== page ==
On any given day my kidlets ask me hundreds of questions. “Who is picking me up from school today?” “What are we having for dinner?” “Where are my sneakers?” “Why do I have to brush my teeth every day?” “When will you stop telling me what to do?” These questions are pretty simple for me to answer. I don’t even have to think twice about my reply because there is no doubt that I have the correct answer.It’s when my kidlets ask me questions such as: “Why is the sky blue?” “Where does the wind come from?” “Where do plants come from?” and “What are clouds made of?” that I feel like I’m on the hot seat. Not only do I want to be able to give them the correct answer, but I also want to answer them in an age-appropriate way for them to understand.
When my kidlets were really little there were two books that they begged me and The Hubs to read to them at bedtime each night. One was Goodnight Moon and the other was Big Red Barn, which both happen to be written by Margaret Wise Brown. Brown is one of the most popular children’s authors of all time. Her use of rhymed verse coupled with beautiful illustrations of realistic characters and objects have lulled children, including my own, to sleep for generations.
Though Brown died in 1952, she has a new book of out now called Goodnight Songs from Sterling Children’s Books. The book is a collection of previously unpublished lullabies that is gorgeously illustrated by 12 award-winning artists.
Yesterday I got an email about the results of a new study, compiled by PBS Kids and youth and family research firm Smarty Pants, on parents with young children aged 2-6 which found that American families are struggling to prepare their children for kindergarten with five out of 10 parents worrying that their child won’t have the basic skills they need when they start elementary school.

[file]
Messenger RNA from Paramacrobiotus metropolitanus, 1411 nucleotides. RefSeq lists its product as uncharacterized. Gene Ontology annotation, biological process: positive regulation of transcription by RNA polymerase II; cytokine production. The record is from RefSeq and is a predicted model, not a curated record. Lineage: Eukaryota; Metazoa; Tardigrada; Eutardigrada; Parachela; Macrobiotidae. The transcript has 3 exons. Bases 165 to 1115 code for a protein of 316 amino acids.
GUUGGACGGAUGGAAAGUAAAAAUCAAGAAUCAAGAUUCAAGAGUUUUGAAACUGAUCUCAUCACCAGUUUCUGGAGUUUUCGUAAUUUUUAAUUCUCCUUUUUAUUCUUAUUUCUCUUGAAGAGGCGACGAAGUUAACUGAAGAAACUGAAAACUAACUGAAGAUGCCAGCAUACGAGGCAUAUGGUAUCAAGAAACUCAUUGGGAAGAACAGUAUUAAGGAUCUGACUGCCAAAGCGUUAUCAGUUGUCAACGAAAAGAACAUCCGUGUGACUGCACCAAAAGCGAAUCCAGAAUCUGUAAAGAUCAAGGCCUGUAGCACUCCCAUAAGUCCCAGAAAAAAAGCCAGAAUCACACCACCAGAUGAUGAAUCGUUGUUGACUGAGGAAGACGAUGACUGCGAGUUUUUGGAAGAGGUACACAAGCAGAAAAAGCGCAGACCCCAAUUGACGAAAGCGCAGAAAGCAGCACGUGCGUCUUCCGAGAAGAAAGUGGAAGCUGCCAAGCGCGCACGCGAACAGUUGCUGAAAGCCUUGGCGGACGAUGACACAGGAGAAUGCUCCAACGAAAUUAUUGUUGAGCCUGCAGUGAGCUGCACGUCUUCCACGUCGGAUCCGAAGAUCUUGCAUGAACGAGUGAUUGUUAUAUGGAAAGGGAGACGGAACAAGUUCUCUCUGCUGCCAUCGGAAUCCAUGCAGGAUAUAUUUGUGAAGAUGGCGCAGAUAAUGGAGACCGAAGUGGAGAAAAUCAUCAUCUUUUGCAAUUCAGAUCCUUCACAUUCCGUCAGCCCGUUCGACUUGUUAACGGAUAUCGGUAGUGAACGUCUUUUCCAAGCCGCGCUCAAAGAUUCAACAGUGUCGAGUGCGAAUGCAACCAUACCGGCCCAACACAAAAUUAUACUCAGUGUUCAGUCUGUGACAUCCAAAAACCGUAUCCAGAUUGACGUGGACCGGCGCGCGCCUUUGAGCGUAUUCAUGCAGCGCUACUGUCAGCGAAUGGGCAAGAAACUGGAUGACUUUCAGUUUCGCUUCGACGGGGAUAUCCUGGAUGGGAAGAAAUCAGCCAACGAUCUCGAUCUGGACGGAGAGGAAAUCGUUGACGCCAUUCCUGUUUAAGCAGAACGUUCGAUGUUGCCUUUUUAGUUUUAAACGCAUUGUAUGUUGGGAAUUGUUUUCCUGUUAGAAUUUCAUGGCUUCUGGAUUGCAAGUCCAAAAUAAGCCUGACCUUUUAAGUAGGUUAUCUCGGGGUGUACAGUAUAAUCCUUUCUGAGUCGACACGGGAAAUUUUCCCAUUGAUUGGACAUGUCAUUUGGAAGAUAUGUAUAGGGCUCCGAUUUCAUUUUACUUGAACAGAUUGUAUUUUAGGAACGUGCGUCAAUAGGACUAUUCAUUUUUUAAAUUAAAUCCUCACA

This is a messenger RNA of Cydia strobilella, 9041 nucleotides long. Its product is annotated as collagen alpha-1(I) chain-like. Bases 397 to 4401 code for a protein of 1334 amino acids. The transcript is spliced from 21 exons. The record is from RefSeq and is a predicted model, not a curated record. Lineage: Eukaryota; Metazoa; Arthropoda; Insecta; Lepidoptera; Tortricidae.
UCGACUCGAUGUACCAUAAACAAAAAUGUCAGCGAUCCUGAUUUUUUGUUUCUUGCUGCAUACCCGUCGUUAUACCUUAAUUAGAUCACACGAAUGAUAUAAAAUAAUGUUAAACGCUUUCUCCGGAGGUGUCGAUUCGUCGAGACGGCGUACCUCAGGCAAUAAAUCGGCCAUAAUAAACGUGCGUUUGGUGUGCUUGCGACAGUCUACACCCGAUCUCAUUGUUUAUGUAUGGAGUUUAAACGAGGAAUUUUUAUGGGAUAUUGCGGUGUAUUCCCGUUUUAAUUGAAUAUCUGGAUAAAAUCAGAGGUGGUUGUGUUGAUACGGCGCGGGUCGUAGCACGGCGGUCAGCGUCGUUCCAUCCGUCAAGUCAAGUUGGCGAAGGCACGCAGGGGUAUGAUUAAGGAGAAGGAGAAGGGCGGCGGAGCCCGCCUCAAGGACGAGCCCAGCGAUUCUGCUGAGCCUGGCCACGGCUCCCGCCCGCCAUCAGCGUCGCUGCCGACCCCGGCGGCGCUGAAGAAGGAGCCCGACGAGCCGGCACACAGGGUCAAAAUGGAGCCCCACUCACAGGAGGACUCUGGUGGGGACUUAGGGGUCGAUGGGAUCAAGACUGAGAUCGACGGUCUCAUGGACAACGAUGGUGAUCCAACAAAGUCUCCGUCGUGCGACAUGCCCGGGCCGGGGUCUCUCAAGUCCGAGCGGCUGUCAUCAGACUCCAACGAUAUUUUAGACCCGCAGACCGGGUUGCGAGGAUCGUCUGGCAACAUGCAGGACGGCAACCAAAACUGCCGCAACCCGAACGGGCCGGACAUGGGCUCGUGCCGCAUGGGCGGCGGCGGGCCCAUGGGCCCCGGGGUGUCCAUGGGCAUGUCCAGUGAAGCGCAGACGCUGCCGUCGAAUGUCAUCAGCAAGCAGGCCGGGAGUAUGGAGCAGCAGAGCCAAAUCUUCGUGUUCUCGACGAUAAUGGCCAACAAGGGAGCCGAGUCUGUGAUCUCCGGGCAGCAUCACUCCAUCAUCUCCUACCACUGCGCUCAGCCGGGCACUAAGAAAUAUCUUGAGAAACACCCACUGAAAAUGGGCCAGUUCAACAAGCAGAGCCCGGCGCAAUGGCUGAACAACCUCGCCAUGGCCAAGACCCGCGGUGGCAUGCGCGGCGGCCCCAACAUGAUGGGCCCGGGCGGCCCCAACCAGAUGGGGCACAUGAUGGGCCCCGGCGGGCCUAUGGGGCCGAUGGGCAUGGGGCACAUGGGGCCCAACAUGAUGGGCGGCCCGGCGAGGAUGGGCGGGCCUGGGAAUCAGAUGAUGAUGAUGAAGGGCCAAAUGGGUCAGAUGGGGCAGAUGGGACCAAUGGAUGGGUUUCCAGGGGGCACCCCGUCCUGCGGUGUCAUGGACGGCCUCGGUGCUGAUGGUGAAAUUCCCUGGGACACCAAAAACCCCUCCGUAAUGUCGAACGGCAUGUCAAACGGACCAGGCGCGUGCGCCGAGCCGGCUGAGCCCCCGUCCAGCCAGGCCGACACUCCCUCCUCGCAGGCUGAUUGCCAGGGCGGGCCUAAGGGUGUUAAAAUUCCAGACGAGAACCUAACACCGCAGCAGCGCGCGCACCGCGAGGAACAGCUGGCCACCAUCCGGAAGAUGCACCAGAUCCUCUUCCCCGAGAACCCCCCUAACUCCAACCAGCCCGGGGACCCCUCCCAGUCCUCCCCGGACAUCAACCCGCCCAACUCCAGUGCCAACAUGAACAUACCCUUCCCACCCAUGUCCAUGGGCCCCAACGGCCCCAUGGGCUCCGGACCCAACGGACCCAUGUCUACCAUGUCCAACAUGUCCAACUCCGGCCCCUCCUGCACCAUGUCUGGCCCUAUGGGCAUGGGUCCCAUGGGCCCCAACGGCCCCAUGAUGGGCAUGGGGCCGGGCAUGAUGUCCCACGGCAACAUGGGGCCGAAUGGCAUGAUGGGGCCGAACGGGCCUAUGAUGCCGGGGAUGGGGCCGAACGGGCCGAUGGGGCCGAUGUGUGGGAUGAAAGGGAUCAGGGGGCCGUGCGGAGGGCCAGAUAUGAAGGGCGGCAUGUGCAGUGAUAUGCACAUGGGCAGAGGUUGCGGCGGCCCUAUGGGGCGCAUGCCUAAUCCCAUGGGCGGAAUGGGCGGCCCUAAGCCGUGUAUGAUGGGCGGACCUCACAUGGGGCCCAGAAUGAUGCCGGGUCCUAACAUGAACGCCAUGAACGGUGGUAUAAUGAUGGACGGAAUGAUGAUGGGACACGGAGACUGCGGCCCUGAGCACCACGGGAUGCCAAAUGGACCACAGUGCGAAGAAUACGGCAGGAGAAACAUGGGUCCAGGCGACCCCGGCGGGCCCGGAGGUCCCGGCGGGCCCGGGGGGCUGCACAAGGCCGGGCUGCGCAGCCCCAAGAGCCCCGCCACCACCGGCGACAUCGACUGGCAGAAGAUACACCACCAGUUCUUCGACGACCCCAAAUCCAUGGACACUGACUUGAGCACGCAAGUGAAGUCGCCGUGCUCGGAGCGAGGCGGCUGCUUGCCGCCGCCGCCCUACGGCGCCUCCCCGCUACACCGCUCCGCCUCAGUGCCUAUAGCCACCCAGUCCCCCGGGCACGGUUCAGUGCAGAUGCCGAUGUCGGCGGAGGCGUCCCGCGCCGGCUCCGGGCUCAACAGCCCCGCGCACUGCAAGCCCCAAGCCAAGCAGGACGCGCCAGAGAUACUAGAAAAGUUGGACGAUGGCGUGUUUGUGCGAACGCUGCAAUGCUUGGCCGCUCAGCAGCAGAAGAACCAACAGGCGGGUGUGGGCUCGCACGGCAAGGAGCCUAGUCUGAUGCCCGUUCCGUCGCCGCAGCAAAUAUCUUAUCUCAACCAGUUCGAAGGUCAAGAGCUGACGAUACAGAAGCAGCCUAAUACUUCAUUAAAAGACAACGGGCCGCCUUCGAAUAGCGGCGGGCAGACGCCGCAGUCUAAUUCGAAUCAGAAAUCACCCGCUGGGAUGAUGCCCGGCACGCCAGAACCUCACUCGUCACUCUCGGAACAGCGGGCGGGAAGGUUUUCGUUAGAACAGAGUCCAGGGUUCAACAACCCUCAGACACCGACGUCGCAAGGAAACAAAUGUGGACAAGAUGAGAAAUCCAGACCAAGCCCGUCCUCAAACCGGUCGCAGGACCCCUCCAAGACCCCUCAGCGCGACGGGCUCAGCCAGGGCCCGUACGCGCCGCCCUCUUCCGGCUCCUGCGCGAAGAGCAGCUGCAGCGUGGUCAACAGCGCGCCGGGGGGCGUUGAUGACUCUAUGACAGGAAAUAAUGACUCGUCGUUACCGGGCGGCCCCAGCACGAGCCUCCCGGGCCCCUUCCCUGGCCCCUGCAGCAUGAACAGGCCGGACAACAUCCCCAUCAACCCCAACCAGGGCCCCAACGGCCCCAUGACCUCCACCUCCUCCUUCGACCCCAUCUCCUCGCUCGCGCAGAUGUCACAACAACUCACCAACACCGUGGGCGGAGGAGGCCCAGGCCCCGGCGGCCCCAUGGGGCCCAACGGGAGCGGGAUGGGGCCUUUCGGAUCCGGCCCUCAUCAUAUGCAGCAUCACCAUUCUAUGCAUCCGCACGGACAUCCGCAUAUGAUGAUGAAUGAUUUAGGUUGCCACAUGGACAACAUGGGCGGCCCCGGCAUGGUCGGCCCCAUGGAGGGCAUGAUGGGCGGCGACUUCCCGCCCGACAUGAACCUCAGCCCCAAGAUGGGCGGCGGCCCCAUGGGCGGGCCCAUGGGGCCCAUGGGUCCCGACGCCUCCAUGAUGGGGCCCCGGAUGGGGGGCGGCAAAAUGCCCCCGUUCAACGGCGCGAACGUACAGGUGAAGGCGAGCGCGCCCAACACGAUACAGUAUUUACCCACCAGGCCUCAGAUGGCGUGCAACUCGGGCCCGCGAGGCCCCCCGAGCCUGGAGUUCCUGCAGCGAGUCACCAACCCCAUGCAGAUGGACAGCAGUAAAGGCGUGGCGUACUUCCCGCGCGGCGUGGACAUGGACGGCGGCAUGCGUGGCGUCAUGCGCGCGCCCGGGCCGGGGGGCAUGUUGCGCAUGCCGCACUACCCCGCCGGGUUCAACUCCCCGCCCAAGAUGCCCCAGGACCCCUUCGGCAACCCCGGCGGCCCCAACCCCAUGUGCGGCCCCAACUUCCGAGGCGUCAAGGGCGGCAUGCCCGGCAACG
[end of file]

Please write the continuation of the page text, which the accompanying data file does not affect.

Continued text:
I shared this info on The Harried Mom’s Facebook page and asked readers along with some of my IRL (“In Real Life”) mommy friends to share with me their top tip to get kids onto the path to school readiness. The most common response I got was reading to/with children on a daily basis and I have to say I wholeheartedly agree!
Every Monday is library day in our house. After school the kidlets go to our local library and they each get to pick out four to five books for the week. I never know what kind of books they’ll check out. To me, there never seems to be any rhyme or reason to their selects. When I ask them they just tell me that from the cover it “looks” like it would be a good read (note to authors/illustrators – cover art is SUPER important in selling your book to the 10 and under crowd!).
Even though my six-year-old can read on his own, he likes to check out chapter books that The Hubs and I can read to him before he goes to bed each night. Captain Underpants, Batman and The Notebook of Doom series are some of his favs, but I’m starting to have trouble mustering up the vigor to re-read, for the millionth time, the adventures of George Beard and Harold Hutchins as they battle the Turbo Toilet 2000!
Sometimes heading back to school can be scary, especially for younger children who aren’t quite sure what to expect. Take my son for example. You ask him about school last year and he’ll tell you that he totally mastered kindergarten. Ask him about going into the first grade this fall with a new teacher, new classmates and a new classroom routine and he’ll tell you that he’s nervous.
To ease his jitters and to help transition him smoothly back into learning mode, The Hubs and I have been reading him lots of “going to school” or “back to school” books. The one my son has asked us to read him the most (and sometimes he’ll even read along with us) is Rufus Goes To School from Sterling Children’s Books, written by Kim T Griswell and illustrated by Valeri Gorbachev.